A total of 573 patients with AP were enrolled in this study. Of these, 346 patients were male and 227 patients were female (M/F, 1.53). The median age was 49 years (range: 20–89 years). No significant differences were observed in cases of mild and moderate AP when comparing the 2 systems; where 86 (15%) and 178 (31.1%) cases were classified as mild (P < 0.01), 269 (46.9%) and 176 (30.7%) cases were classified as moderate (P < 0.01), and 218 (38.0%) and 219 (38.2%) cases were classified as severe (P = 0.95) in accordance with RACAP and DBCAPS, respectively. The significant difference observed for DBCAPS introduced a new type of severe AP known as critical AP, observed in 4 patients (0.7%).

Complications of RACAP were observed in 313 patients and included 236 patients of APFC (75.40%), 20 patients of pancreatic pseudocysts (6.4%), 42 patients of ANC (13.4%), and 15 patients of WON (4.8%). Complications of DBCAPS were observed in 153 patients, including 105 patients of sterile peripancreatic necrosis (68.6%), 44 patients of sterile pancreatic necrosis (28.8%), 2 patients of infected peripancreatic necrosis (1.3%), and 2 patients of infected pancreatic necrosis (1.3%). The total number of complications observed with RACAP was significantly higher than that with DBCAPS (P < 0.01; Table 3).

TABLE 3

TABLE 3

According to the 2 classifications, we further analyzed the prognosis of moderate and severe AP. For moderate AP patients classified by RACAP, 249 patients (96.1%) recovered, 9 patients (3.5%) progressed, and 1 patient (0.4%) died. For moderate AP patients classified by DBCAPS, 167 patients (96.0%) recovered, 6 patients (3.4%) progressed, and 1 patient (0.6%) died. For severe AP patients, classified by RACAP, 192 patients (88.5%) recovered, 22 patients (10.1%) progressed, and 3 patients (1.4%) died. For severe AP patients, classified by DBCAPS, 191 patients (89.3%) recovered, 21 patients (9.8%) progressed, and 2 patients (0.9%) died. For critical AP patients introduced by DBCAPS, 2 patients recovered, 1 patient progressed, and 1 patient died (Figs. 1 and 2).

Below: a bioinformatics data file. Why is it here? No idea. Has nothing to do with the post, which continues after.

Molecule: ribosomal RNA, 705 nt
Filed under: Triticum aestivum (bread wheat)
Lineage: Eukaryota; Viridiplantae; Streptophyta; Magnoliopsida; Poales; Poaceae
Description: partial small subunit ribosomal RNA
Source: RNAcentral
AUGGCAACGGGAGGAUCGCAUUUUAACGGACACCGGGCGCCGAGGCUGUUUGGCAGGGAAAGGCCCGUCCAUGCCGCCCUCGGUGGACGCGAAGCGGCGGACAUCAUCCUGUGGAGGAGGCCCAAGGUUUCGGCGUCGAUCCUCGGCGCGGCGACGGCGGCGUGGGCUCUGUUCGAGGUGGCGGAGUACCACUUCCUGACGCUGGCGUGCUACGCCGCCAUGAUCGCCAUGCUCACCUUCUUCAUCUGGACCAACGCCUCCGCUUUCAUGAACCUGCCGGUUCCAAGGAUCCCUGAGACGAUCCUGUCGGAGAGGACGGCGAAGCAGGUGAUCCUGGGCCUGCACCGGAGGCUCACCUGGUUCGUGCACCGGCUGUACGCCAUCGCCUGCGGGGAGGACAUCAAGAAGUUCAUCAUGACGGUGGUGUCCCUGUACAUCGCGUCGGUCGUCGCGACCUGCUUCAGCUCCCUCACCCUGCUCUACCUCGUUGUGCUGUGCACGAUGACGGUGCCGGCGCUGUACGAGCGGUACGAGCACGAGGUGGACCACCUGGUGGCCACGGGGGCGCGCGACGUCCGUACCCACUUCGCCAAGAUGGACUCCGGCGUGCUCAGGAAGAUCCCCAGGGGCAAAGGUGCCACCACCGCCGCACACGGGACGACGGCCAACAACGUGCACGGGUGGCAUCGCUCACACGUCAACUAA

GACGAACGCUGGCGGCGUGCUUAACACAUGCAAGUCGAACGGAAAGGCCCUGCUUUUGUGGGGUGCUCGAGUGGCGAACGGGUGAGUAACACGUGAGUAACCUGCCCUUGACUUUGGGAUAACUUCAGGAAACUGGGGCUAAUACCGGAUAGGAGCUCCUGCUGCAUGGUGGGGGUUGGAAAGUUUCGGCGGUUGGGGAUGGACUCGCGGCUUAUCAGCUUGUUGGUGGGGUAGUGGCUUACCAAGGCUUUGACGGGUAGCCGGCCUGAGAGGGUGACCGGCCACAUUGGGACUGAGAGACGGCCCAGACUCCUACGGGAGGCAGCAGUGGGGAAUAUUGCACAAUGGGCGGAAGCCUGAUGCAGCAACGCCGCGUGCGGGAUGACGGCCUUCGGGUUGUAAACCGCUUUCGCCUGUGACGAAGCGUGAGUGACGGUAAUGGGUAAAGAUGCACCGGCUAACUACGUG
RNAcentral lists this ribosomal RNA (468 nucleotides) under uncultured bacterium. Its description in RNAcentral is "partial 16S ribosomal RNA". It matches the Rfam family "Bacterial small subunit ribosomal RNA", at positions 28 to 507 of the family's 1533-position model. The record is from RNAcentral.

FIGURE 1

FIGURE 1

FIGURE 2

FIGURE 2

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DISCUSSION

The RACAP classification system is based on 2 types of pancreatitis (interstitial edematous pancreatitis and necrotizing pancreatitis), 2 overlapping phases, 3 categories, and 4 types of local complications.4,7 The 2 overlapping phases in a patient's dynamic condition with 2 peaks of mortality are the early and late phases. The early phase generally concludes by the end of the first week, although a small minority of patients may experience an extension into the second week. The late phase is characterized by persistence of systemic signs or by the presence of local complications. This is a dynamic phase with respect to individual progression of disease, rather than an arbitrary time point (such as, for instance, 1 week after onset of symptoms). The 3 categories of severity are classified as mild, moderate, and severe. Mild AP is the most common type and is not accompanied by organ failure or local or systemic complications. Mild AP generally resolves within the first week. Moderate AP is defined by the presence of transient organ failure, as well as local complications or exacerbation of comorbidities. Severe AP is defined by persistent organ failure for a period longer than 48 hours.8 The 4 local complications are APFC, pancreatic pseudocysts, ANC, and WON.